Wednesday, June 8, 2011

Divine Empire - Method of Execution (2005)

As much as I might mourn the plebeian and boring cover art of a hostage being blindfolded and gunned through the mouth, I have to admit that Divine Empire have improved upon the brute and urban aesthetics of their prior effort Nostradamus here. I really don't see why bands in this genre would abandon their imaginative and frightening imagery for such mediocrity (take a look at Doomed to Inherit or Redemption and then compare), but in this case the plain and violent portrayal is pretty well suited to the lyrical themes coursing through the album. Method of Execution is just as street tough and thuggish as its predecessor, an urban Morbid Angel, but Divine Empire have done well to improve the songwriting and offer a level of variation yet unheard from their minds.

As far as its production, Method of Execution is close to Nostradamus. Thick and knotted, meat hammer pummeling grooves are splices with faster paced, technical aggression. But there is a clear swerve towards both a more thrashing territory in several of the central riffs, and also a more overt use of atmospheric techniques that make the album feel very well rounded. There are 16 tracks here, a substantial amount when just 10 or 12 might have sufficed, and thus a few cannot match the delivery of the best, but in all there are plenty of hooks to keep one on board. I was shocked by how great the intro to "Vowed Revenge" was, and then the great textures of the riffs and the surprise of the orchestral swells in the background, not to mention the bass lines coursing through the forceful chugging, but not all of the songs live up to this promise. "Terror Zone", "Dungeon Mask" and "The Mauler" all kick some ass under this versatile context, and a few happy mediums between Morbid Angel and Pestilence ("Impervious Deception" and "Sanctionized Homicide", but the rest fall slightly behind.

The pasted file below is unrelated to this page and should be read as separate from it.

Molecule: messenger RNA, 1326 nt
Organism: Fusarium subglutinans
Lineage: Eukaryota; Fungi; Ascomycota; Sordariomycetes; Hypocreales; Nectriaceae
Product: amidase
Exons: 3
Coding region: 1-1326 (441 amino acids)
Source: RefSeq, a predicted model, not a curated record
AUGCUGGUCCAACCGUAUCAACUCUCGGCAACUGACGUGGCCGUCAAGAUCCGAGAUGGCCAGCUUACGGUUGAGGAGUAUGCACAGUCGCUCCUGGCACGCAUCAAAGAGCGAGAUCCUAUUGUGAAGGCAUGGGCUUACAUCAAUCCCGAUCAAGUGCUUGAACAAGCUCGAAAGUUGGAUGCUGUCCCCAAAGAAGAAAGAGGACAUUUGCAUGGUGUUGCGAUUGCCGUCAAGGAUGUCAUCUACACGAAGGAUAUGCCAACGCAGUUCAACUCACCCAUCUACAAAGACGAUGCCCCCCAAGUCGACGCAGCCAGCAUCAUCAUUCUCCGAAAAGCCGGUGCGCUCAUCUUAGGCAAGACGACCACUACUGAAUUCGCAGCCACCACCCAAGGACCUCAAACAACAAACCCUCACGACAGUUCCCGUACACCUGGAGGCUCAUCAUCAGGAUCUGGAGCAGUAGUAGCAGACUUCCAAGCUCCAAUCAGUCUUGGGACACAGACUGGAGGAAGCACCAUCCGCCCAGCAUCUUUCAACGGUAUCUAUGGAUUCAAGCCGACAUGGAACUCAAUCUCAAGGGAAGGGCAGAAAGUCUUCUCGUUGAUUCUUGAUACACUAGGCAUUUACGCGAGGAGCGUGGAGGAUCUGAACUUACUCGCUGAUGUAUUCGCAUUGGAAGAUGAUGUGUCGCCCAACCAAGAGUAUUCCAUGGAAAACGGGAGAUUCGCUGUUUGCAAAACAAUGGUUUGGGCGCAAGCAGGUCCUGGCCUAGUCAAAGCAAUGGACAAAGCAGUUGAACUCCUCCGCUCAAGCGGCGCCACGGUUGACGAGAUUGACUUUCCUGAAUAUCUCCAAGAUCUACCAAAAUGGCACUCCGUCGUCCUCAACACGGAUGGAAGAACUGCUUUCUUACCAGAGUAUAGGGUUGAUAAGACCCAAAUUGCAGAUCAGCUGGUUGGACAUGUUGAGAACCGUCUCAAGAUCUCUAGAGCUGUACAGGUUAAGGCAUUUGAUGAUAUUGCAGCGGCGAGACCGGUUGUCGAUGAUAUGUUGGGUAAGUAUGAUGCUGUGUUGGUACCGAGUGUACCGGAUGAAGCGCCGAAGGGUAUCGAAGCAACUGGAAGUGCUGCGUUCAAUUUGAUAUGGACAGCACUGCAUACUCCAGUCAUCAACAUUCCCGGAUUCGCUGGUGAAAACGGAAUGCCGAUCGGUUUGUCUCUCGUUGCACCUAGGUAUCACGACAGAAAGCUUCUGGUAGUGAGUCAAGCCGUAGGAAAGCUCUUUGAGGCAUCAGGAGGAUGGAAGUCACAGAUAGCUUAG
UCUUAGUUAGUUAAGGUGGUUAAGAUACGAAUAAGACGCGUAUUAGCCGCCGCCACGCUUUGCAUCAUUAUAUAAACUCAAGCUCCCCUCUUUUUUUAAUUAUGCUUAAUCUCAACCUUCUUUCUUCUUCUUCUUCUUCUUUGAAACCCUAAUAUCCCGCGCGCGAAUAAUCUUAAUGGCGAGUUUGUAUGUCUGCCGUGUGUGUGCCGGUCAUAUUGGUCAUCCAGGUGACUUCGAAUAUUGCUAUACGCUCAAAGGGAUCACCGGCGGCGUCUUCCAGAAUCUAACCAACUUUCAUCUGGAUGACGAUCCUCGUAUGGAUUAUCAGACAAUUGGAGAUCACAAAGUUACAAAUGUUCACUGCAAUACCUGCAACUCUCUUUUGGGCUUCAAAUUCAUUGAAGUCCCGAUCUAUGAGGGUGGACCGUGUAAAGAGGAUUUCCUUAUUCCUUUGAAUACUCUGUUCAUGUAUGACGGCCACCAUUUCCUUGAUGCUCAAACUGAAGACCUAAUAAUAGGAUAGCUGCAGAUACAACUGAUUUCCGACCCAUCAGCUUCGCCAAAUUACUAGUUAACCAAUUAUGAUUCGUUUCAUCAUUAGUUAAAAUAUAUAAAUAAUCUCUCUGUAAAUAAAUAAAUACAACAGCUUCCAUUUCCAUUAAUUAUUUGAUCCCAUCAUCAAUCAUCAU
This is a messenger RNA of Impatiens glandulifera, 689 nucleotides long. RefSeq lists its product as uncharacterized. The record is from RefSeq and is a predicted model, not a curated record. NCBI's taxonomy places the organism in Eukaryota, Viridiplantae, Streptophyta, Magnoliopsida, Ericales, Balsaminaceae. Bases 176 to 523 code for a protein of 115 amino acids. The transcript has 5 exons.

Still, Blachowicz and Soares have clearly benefited from having a stable lineup two records in a row (drummer Timlin remained on board), and no matter what the song here, they seem to find some way to convey tension and intrigue through the dense mix, busy battering and outbreaks of beefy death/thrash. The instrumentals are fairly interesting, though not necessary, like the closer "Reduced to Ashes" and its mix of bluesy rock and voluptuous chugging. In the end, I think I'd have to qualify Method of Execution as Divine Empire's finest hour. It might not have the same punishing precision as the debut Redemption, but it provides a curious alternative to Hate Eternal or Morbid Angel from a more brutish, street tough perspective, battling not the Elder Gods and occult endgame scenarios, but the political and social atrocities of its day. Not nearly a masterpiece, yet a pretty promising start for the trio as they moved to Century Media records, so I'm wondering where the followup is!? I'm certainly ready to listen.

Verdict: Win [7.25/10] (present state of war)

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